The most disturbing material in the documentary is undoubtedly the police interrogation footage. Such ties have become a familiar element of true crime films and series; here, as in Make a killer, they expose manipulative (but legal) interrogation practices such as the Reid technique to elicit confessions. “I break through psychological barriers,” a detective assures De Leon. Her filmed interview with him shows that she is in complete control, using her own impressive methods to dismantle his mansplaining attitude. Police interrogation practices sometimes include false claims that they have video footage refuting the accuser’s claims. As for Mannion’s case, Schwartzman and de Leon are punching big holes in that line of attack.

The interrogation room footage also shows an outrageous gulf between how accusers and defendants are treated in sexual assault cases — if the defendant is even brought into that room. A Connecticut detective tells De Leon that he never questioned two college football players accused of rape because they “didn’t want to be interviewed.” In another farce, after a chat with a friend about fishing, an accused man, a member of an influential family, is told he has done nothing wrong, and thanks the officer for the “very thorough job”.

In contrast, the women in those interrogation rooms are greeted – sometimes for hours at a time – with statements such as “I don’t believe you at all.” And then, once the police consider someone a liar rather than a victim, a horrible cycle begins: they publicize her “false report” on social media and reveal her name. In addition to inciting vicious remarks from the usual trolls, these posts are picked up by so-called journalists and republished without the slightest attempt at corroboration.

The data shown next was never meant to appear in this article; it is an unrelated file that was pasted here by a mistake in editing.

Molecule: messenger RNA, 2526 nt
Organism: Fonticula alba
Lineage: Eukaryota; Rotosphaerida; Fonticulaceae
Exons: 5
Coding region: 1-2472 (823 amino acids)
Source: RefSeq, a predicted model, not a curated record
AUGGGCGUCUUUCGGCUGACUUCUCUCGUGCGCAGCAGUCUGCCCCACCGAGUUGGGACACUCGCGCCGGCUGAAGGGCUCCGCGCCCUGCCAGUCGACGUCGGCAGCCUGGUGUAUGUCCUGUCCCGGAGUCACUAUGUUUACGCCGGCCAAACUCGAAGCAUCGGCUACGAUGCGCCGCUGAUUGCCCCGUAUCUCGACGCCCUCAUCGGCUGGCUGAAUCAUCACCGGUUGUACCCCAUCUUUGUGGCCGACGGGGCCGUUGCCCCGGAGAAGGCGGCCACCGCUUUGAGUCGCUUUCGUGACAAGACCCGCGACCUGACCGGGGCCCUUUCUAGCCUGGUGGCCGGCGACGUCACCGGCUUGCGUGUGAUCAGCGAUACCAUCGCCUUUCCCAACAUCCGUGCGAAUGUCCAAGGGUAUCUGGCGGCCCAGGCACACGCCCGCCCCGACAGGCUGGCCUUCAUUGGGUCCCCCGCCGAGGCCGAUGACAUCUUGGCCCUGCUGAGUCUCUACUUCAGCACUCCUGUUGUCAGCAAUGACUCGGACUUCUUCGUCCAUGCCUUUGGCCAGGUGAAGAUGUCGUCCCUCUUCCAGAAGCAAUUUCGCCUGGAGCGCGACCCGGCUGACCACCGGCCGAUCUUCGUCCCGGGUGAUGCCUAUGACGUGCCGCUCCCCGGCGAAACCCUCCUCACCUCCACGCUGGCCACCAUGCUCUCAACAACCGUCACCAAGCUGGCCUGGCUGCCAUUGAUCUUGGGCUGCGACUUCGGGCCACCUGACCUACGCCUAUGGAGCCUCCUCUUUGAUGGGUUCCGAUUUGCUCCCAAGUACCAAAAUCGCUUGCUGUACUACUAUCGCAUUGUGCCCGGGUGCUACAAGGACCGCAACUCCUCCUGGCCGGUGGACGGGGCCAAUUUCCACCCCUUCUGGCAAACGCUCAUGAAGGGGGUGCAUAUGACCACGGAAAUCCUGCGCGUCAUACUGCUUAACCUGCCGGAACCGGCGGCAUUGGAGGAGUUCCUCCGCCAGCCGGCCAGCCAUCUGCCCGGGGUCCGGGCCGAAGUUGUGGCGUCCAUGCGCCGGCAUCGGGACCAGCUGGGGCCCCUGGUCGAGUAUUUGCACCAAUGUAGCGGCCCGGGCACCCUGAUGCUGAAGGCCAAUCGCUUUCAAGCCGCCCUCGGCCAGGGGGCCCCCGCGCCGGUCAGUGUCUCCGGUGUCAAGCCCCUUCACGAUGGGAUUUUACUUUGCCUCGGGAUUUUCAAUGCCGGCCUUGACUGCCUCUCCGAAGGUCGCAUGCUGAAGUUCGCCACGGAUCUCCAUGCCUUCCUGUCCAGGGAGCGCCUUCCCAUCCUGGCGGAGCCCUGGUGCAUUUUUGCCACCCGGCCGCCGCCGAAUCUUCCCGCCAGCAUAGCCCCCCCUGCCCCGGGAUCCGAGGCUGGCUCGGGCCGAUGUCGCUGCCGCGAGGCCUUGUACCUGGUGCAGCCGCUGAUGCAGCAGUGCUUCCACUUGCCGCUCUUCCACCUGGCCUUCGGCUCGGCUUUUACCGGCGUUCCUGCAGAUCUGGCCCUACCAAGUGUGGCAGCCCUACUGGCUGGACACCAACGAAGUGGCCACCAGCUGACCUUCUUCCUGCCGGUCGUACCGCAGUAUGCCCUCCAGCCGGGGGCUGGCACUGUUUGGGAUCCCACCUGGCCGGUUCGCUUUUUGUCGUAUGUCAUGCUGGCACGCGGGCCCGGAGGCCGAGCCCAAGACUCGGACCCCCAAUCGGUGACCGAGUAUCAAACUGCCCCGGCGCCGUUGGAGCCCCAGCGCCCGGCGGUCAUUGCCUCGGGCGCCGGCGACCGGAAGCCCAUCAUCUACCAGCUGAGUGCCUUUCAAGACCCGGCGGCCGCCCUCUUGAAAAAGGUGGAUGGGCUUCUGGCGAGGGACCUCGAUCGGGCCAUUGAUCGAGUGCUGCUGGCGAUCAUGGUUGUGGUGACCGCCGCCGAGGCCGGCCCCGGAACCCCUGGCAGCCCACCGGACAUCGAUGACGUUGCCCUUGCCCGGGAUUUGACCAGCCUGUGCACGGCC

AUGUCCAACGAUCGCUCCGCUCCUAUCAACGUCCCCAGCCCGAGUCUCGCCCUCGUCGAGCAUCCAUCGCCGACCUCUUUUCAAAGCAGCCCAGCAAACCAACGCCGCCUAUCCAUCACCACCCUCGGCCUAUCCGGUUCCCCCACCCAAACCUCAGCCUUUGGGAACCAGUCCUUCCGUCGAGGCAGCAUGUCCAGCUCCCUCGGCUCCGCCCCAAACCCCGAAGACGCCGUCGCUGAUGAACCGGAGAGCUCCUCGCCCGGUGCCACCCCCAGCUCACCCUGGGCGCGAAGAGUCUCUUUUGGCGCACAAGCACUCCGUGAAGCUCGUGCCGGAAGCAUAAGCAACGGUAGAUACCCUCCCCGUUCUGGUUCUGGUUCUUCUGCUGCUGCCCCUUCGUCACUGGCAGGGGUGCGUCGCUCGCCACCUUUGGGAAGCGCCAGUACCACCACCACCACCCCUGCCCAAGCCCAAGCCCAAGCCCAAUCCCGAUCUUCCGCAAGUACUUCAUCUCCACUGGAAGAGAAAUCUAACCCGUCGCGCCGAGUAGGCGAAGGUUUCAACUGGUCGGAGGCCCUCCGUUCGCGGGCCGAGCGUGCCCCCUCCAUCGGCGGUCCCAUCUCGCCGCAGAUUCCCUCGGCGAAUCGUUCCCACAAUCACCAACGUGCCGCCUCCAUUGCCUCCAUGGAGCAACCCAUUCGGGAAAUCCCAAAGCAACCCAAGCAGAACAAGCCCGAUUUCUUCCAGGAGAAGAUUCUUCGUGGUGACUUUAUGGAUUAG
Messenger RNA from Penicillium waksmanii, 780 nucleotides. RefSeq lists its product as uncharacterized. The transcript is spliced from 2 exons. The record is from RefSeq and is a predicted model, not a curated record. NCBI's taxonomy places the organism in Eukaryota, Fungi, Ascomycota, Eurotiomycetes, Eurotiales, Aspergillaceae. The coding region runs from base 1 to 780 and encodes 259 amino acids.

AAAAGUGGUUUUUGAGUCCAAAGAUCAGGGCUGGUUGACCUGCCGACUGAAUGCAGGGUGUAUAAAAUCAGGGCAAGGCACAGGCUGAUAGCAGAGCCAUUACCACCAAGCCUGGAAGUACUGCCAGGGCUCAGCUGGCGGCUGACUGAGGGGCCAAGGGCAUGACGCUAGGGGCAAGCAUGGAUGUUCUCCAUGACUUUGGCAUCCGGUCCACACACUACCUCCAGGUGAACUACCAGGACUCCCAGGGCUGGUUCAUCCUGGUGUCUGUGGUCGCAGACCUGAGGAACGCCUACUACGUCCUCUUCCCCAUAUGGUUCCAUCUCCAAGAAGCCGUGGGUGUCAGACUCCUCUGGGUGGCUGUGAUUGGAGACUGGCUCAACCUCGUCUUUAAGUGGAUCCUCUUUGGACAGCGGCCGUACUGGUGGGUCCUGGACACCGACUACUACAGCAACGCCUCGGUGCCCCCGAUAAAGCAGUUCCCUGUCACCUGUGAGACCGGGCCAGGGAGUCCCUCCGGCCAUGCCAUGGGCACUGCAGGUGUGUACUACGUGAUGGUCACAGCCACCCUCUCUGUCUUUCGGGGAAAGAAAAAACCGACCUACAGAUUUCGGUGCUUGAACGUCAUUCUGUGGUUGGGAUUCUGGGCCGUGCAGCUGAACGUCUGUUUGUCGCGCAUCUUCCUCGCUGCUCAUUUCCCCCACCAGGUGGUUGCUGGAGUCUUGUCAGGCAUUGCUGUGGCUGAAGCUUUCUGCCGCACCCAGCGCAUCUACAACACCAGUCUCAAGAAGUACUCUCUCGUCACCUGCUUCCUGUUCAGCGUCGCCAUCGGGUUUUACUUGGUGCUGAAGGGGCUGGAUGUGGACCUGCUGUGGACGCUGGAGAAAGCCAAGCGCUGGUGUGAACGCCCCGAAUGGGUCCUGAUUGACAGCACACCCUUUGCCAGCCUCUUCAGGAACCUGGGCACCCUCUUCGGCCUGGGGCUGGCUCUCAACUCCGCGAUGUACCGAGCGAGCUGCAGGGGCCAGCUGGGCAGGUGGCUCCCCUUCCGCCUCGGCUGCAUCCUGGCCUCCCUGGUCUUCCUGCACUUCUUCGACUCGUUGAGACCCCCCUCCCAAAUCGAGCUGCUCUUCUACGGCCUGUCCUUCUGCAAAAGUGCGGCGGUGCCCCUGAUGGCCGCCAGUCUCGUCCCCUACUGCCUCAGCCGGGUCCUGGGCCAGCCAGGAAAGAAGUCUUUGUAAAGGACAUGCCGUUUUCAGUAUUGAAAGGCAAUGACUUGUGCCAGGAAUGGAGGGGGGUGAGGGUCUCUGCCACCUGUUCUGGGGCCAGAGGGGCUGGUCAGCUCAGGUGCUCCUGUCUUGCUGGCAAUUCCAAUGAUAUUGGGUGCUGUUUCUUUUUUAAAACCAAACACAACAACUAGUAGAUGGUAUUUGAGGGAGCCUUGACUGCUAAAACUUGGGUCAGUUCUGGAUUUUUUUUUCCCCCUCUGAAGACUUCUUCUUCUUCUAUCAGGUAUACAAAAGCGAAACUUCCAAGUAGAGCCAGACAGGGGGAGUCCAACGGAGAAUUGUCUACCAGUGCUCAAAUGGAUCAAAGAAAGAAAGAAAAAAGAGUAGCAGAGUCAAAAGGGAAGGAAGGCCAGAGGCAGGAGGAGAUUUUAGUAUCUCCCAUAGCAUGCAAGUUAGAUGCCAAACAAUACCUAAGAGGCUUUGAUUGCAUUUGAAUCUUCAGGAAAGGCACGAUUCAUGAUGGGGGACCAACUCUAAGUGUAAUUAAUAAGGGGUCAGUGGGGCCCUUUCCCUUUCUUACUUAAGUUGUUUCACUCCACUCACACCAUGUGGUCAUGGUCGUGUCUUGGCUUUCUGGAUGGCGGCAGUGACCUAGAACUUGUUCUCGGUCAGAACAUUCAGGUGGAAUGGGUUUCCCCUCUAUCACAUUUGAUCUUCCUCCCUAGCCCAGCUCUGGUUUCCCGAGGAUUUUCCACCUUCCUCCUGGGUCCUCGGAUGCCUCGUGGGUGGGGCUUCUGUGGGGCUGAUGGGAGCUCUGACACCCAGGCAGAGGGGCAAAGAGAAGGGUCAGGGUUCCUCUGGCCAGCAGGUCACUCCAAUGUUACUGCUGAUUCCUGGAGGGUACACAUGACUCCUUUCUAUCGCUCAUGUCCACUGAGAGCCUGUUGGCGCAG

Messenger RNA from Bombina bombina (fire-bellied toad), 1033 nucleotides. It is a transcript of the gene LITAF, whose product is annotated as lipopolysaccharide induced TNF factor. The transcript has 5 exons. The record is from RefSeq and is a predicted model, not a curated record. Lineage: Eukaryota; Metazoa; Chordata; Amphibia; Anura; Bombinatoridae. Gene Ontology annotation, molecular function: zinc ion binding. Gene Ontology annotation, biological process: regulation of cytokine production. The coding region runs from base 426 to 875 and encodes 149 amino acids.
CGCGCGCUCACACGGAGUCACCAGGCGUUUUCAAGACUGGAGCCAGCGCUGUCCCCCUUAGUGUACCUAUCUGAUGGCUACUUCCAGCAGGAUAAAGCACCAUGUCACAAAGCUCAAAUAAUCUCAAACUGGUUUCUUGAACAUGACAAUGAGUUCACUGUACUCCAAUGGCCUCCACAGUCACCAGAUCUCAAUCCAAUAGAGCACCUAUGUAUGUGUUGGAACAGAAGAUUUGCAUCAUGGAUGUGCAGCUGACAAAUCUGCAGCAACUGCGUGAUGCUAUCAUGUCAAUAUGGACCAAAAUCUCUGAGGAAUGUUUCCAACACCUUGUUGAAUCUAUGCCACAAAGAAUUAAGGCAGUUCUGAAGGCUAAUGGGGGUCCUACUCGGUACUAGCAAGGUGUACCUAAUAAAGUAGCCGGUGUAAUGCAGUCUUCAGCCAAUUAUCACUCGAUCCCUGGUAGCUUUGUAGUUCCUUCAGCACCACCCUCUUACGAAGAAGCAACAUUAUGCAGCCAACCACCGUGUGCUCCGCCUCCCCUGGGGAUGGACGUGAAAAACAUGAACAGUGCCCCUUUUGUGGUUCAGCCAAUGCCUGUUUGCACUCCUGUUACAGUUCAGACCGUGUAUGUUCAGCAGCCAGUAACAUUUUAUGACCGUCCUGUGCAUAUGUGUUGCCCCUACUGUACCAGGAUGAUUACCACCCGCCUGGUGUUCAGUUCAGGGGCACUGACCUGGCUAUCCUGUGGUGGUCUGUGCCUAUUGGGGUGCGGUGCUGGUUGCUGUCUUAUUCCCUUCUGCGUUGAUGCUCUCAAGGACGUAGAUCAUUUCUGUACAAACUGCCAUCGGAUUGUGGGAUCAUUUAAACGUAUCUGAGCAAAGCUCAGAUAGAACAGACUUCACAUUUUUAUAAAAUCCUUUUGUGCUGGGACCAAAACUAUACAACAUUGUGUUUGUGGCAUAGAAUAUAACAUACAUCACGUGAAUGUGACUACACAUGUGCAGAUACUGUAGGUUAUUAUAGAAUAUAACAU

Lawyers and other experts weigh in on the miscarriage of justice. Law professor Lisa Avalos describes a “media fascination” with Gone Girl Syndrome, pointing out that the greater risk by far, for both men and women, is not being falsely accused of sexual assault, but being assaulted. Carl Hershman, a retired detective with the San Diego Sex Crimes Unit, explains why many officers prefer to close a case — and get it off their desk — with the woman’s arrest rather than take the time to investigate her claims.

Women talk director Sarah Polley recently said on Marc Maron’s podcast that she believes we’re in the middle of a reaction to #MeToo. That may explain some of the cases De Leon has examined, but the problem is deep-seated and predates any recent social movement; the journalist’s work covers 10 years of business. Victim/suspect illuminates a horrifying reality that has turned the lives of many women upside down. And it provides clear confirmation of an essential truth that many observers have found difficult: recantation is not evidence that no crime has been committed, only evidence that mind games work, especially when one is young, naive, and traumatized.